Translated by Rumia Bose
In an earlier blog about hallucinations I explained how one can cope with an uncertain world. This is done with the help of a model of the world that you carry in your head. You use this model to predict what is coming and how to react. Your sensory inputs help to check the accuracy of these predictions. Here is an example which helps illustrate this. You hear a rustling noise in the bushes. Is it an animal? You don’t see one, but notice that the rustling correlates exactly with the leaves fluttering strongly in the breeze. This observation corrects the earlier prediction about an approaching animal.
But sometimes what you see and hear can be ambiguous, leading to a struggle in your brain about what to believe: your prediction or your indistinct perceptions. If you – without consciously doing so – stick to your prediction despite clear signals from your senses that the prediction is incorrect, then you hallucinate. And once the connection between prediction and observation is lost, then hallucinations can lead a life of their own and you have a psychosis. See Hallucinations: seeing what you expect for a more detailed explanation and examples of how this works.
People who are psychotic often have delusions as well as hallucinations. The same thing happens here as with hallucinations, namely that the predictions arising from the model of the world in your head are no longer corrected by reality. But in this case it is not about perceptions, such as what you see or hear, but about thoughts. These thoughts are explanations for what you perceive, what you have experienced, what is happening in the world around you. Based on these thoughts you make a coherent model to explain your world. The problem with this is that not everything you encounter in your life is logical, and some things even contradict each other1.
Your internal model has to be coherent, otherwise you cannot base your predictions on it; predictions which you will need as you make your way in the world. When something is makes no sense or when you do not have enough information to make a coherent model, then you move on to believing in certain connections. Everybody does this, even the most exact scientist. This blog is written on the basis of my study of dozens of articles and books, in addition to a lot of thought which has gone into it. Yet nobody knows exactly how delusions arise in the brain. And still I have here a coherent narrative, or at least an attempt at one. To do this I fit established facts together, and check if other scientists share these ideas. Part of my model is based on what seems most logical. Like other scientists, I steer clear of fake news and fake facts. But because , when complex issues are concerned, all the details and how they fit together are never fully known, parts of my model are based on how I think things are. This implies a belief in conceived logic. I do pay attention to any facts which are not compatible with my model, in which case I try to take them into account.
Delusions in schizophrenia
This process is reversed in a person suffering from psychotic delusions. This person will -if he comes across facts or perceptions which do not conform to his model of the world- fit the facts to this model. This can take extreme forms, as shown in a documentary by the Dutch TV presenter Roland Duong about his mother. In the course of the film, she is shown refusing home help for the care of her swollen legs, because ” They steal my things. They have taken everything. I have nothing left” And Roland says that his mother has had schizophrenia as long as he can remember. ” This was expressed in the form of a deep-seated delusion of persecution in which the whole world was one big conspiracy against her. If we took a walk in the woods she would say: who are those people, what are they doing here, they are following us… this is so upsetting, can we never have a minute of peace…” His brother breaks in to say” She did always start off with: make sure we get that car’s number plates”.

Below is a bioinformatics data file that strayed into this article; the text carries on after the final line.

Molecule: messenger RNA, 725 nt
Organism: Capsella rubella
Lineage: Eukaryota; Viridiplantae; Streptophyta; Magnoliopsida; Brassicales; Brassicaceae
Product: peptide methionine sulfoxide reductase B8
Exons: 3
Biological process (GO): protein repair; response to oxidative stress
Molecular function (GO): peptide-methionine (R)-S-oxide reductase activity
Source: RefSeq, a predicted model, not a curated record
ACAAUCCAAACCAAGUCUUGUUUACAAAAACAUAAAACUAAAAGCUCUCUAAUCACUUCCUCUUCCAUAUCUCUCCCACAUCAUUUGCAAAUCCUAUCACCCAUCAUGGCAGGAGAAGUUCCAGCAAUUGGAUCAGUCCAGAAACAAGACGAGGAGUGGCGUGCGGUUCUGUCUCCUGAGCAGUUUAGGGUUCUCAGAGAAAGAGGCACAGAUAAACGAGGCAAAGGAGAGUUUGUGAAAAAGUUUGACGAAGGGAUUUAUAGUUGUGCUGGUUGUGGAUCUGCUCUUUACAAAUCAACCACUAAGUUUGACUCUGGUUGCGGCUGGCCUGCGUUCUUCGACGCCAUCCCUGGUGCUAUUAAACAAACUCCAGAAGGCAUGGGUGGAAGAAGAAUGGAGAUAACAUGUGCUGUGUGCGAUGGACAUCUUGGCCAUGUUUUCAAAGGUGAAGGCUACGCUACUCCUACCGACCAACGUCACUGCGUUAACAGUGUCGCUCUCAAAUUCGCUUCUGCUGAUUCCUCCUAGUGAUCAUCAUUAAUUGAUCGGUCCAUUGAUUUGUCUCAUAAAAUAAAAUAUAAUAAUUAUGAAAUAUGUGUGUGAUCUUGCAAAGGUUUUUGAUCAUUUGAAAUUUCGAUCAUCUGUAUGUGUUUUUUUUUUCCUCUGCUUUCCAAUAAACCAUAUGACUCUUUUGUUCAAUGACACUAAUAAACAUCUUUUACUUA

Trying to correct someone’s delusion with facts or arguments turns out to be a fairly pointless exercise. It only leads to more suspicions and distrust. The facts themselves are ignored or explained on the basis of the delusional belief system, sometimes with absurd but uncorrectable arguments. At the start of a psychosis the delusions are usually limited in their extent. But as progressively more facts and perceptions are added to the belief system, this distorted model of the world becomes increasingly larger, less easy to correct, and begins to take the form of an absolute truth for the person concerned. This is why a person with delusions should be treated as early as possible with antipsychotics. The progressive inclusion of facts and perceptions in the delusional belief system is thereby curbed and the process can be reversed. With a bit of luck the delusions slowly fade.
You don’t have to have schizophrenia to believe in conspiracies. That has been evident in these times of Corona. There are many such conspiracy theories and this phenomenon has always been with us. For instance, that the moon landing was staged. And the earth is flat. And children get autism through vaccines. You can call them delusions, because they are models of the world which are not correctable by facts or arguments. It is belief in conceived logic. In fact, we are talking here of collective delusions. The group collectively forms a model of the world in order to cope with it. This provides them with a clear explanation about how complex events are related to each other, although nothing about these accounts is true. People who have a greater need to find structure and purpose in all aspects of the world tend to believe more easily in conspiracy theories. To ply someone who believes in conspiracy theory with facts and arguments seems to help not at all.
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